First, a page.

“We’re emotional,” Britt said. “But they’re kids. They’re emotional, too. So that was the most important thing I wanted to get across to all the teachers. Just make sure we tend to [the students’] needs first.”

A home that was gutted and still has debris outside. Rupen Fofaria/EducationNC

After touching base with their students, teachers hit the next most important lesson: the rules. It’s been more than a month, and students may need a reminder. 

“You have to,” Dunson said. “You have to go over the class expectations and the rules, as well as our goals. I think it’s just a day where we’re feeling things out again, then I think we’ll be back to where things were before the flood.”

“Consistency is most important. If I’m persistent with each class, every day, they’ll know what I expect from them. That’s what we’re working on: consistency and that stability and getting back into that routine.”

Truly, judging by an afternoon spent at Carroll, the students just seem happy to be back in school and amongst their friends. They’re boisterous at times but not unruly. And they’re taking direction after being reminded of classroom expectations.

“I remember the rules,” says fourth grader Dakota McGirt. “But the work — you have to get used to it again to start understanding it.”

The day is winding on and, in Robeson County Teacher of the Year Sibyl King’s classroom, this means going over pronoun practice with her third and final block of kids. A student stands before a touchscreen and circles his answer to King’s question. She looks at him with her head tilted, smiling gently.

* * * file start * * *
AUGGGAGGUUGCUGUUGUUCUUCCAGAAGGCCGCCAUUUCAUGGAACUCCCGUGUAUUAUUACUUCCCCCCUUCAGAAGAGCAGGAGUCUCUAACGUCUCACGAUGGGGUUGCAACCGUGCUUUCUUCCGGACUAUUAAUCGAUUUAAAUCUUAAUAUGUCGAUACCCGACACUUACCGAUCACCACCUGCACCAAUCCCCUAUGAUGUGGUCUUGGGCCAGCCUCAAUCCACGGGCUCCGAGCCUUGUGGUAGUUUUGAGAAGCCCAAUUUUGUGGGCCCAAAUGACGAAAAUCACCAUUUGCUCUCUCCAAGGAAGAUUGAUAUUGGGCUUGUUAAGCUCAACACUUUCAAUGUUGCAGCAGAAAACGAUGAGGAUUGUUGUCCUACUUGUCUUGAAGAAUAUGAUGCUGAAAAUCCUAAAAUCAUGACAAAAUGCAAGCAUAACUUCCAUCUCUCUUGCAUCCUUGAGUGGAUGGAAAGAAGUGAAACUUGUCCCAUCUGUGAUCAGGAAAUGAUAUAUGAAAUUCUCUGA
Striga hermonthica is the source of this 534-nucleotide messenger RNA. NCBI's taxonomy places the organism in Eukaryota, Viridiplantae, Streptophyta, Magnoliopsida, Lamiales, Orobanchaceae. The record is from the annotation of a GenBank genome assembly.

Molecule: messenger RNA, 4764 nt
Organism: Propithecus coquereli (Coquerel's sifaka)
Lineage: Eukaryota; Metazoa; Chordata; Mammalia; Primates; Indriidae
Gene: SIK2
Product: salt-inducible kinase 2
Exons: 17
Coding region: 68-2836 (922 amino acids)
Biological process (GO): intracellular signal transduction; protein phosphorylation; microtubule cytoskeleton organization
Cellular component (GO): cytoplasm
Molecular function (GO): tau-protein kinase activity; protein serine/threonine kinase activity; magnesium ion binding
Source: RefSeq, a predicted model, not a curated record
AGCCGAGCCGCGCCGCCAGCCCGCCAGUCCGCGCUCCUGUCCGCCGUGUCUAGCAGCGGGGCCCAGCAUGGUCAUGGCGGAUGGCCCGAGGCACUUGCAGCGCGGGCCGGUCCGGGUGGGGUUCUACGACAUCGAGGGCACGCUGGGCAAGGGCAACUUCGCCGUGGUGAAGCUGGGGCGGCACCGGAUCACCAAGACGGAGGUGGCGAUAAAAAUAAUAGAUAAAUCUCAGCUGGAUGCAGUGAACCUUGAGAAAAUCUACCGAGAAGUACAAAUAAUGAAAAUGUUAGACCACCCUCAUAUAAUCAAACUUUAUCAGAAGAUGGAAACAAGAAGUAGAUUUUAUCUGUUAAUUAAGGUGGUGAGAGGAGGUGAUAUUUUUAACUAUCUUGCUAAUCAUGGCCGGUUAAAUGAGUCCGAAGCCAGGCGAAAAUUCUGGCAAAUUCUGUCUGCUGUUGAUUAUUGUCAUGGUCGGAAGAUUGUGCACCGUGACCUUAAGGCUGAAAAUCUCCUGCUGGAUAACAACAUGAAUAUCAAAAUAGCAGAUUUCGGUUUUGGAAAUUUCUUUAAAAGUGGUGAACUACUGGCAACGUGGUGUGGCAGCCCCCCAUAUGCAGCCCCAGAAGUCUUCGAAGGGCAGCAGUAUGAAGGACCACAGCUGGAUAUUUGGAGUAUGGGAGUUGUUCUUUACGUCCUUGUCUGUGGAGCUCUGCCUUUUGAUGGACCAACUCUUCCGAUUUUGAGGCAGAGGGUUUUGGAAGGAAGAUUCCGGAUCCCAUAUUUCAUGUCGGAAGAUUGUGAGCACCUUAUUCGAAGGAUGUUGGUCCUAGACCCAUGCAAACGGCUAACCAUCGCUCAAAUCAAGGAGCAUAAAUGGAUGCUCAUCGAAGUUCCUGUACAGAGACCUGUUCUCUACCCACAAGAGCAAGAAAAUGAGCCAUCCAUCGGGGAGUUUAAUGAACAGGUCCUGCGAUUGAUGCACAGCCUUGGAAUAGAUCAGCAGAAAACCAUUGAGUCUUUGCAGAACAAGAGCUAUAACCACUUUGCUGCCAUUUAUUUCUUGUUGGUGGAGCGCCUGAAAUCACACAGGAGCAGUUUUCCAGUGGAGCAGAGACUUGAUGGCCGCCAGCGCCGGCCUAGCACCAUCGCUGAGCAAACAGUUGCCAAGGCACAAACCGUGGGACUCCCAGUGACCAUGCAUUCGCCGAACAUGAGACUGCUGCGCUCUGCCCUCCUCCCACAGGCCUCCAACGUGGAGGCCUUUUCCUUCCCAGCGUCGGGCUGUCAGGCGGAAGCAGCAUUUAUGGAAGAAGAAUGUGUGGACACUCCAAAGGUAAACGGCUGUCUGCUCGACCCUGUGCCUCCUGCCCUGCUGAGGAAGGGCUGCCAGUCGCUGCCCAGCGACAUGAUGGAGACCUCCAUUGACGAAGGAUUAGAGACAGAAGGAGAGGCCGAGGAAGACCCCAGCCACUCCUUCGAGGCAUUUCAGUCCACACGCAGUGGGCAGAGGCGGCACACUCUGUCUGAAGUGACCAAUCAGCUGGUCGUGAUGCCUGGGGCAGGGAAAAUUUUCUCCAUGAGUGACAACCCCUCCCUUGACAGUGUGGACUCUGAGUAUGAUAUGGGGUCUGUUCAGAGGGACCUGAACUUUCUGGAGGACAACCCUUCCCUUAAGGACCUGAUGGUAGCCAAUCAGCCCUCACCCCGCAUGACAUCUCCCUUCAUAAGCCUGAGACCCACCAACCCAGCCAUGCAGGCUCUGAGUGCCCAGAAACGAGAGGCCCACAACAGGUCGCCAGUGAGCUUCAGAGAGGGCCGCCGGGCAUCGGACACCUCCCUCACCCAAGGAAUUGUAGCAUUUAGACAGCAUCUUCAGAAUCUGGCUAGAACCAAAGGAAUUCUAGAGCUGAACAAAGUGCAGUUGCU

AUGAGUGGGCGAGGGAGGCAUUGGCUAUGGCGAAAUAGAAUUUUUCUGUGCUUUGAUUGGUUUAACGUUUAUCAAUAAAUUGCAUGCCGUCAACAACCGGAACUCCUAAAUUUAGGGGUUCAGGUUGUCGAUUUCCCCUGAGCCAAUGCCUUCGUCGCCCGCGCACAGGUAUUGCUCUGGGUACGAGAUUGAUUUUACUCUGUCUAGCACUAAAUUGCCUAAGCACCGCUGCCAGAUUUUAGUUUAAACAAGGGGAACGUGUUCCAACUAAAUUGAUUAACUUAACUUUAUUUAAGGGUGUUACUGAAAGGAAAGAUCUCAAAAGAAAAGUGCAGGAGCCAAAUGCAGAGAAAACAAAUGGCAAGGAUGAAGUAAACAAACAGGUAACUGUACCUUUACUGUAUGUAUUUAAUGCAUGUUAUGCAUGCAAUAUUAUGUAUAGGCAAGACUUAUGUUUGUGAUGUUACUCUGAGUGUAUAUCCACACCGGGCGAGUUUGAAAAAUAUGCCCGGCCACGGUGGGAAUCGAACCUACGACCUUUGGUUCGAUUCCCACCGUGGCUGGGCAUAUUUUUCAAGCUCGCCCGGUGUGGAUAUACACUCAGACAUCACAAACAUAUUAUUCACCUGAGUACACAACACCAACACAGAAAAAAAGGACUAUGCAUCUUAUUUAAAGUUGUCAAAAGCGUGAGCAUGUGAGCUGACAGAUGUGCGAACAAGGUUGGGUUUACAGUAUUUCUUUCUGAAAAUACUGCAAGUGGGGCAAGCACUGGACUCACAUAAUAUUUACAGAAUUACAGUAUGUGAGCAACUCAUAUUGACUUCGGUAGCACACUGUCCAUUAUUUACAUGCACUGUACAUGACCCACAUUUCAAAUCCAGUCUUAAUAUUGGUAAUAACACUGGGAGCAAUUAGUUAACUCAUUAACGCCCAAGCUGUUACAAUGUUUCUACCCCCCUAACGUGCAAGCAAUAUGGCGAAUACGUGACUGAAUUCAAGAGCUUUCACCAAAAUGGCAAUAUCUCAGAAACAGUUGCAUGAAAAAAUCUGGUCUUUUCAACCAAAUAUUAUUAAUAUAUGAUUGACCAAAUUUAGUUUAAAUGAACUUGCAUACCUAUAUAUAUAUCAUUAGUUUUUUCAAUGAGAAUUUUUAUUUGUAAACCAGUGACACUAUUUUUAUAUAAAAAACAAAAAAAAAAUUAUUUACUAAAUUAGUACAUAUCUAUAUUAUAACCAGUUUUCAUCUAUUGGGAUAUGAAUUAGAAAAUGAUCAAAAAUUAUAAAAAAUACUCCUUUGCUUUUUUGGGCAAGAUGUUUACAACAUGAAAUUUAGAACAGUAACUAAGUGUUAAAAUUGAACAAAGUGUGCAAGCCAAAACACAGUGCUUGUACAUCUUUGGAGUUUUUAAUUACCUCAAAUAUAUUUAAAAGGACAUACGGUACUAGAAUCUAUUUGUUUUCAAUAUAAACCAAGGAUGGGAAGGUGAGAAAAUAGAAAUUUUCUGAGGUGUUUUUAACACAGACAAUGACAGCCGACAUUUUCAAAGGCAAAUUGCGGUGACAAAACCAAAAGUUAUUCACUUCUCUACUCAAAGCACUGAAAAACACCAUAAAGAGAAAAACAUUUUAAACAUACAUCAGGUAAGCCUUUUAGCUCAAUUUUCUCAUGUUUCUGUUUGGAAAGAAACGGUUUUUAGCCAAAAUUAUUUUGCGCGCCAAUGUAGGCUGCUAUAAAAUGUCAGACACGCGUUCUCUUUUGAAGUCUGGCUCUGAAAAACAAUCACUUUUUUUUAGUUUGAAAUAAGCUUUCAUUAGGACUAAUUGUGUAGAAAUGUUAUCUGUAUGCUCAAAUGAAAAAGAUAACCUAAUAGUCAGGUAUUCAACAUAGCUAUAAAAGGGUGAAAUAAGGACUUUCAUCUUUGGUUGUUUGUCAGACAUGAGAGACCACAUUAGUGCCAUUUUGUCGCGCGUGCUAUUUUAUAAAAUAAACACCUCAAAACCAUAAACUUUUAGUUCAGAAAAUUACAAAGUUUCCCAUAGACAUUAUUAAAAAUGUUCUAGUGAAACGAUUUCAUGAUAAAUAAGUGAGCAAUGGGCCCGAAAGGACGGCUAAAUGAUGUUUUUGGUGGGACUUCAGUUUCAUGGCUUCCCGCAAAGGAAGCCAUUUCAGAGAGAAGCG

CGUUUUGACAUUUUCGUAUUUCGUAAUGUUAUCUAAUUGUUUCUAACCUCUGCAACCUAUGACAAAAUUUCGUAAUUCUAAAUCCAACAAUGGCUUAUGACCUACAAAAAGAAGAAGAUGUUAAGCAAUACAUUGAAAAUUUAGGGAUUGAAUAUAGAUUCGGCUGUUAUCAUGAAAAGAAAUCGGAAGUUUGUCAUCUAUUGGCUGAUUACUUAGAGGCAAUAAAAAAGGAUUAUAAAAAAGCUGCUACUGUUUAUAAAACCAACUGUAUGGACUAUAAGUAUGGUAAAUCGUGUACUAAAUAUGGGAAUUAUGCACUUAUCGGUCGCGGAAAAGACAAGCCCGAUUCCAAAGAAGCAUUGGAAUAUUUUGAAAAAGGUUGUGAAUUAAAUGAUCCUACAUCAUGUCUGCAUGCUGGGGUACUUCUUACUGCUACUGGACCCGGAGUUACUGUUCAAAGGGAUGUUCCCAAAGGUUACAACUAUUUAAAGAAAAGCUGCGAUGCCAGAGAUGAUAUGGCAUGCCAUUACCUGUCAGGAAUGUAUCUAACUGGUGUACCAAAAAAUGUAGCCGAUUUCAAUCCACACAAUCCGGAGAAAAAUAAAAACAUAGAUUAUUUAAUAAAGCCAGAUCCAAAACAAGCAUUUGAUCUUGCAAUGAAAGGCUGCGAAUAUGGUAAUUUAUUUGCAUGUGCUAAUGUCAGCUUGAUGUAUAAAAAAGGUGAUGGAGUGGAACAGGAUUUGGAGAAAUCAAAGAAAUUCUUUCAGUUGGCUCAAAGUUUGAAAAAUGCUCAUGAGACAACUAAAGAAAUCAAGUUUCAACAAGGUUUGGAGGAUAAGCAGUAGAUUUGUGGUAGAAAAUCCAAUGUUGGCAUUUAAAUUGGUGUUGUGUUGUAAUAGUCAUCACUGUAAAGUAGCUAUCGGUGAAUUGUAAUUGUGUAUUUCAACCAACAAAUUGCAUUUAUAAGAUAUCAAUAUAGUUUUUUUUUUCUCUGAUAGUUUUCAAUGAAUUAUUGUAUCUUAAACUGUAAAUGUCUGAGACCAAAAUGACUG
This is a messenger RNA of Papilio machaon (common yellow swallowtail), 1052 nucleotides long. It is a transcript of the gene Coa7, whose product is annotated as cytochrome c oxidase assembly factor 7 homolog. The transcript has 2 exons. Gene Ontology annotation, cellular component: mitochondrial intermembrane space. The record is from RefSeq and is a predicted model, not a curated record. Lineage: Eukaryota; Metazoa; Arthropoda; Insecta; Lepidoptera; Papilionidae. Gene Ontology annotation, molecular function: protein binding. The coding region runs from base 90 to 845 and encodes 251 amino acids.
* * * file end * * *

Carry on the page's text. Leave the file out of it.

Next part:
“Are you sure?” she asks. “You weren’t gone that long.”

He’s been gone a long time, but she’s right, he’s learned this before. He reassess and revises, quickly finding the correct response.

“Alright,” King says, smiling and turning to address the rest of the class. “What’s the next part in our notes.” And she continues the review.

Scenes like this are playing out county-wide. Next door, in Dunson’s class, the students are playing some variation of a quiz bowl to review material from the first 11 days of school.

“Some of the things we went over before the flood they got, but it just needs to be reiterated throughout the year because it’s a lot of knowledge to process,” Dunson said. “In the first three weeks, we had a lot of instruction. [In our class] we had a lot of vocabulary words. So we’re trying to re-learn them. We’re re-learning and learning at the same time.”

Measures taken during the break attempted to keep students from falling too far behind. Across the county, teachers posted online resources for their students to help parents keep their children engaged. For families without internet, the schools kept packets of materials to be picked up two days a week.

As the day closes and the kids have checked in, rules and expectations have been re-set, and reviews are winding down, the fatigue is evident. In students’ eyes, as well as in teachers’.

“It’s third block, and I’m almost drained,” Dunson says, laughing. “But you got to keep going. They’re tired; I’m tired. But you got to keep going. And I’m just happy we’re all back here.”

She speaks for many. 

“There is a renewed spirit among us,” Superintendent Shanita Wooten wrote in a letter to parents. “Our roles are clearer. We will help students be resilient and look to the future with optimism and courage. From the storm comes opportunity … an opportunity for growth.” 

Rupen Fofaria

Rupen Fofaria is the equity and learning differences reporter at EducationNC. He exists to shine light, including by telling stories about under-reported issues.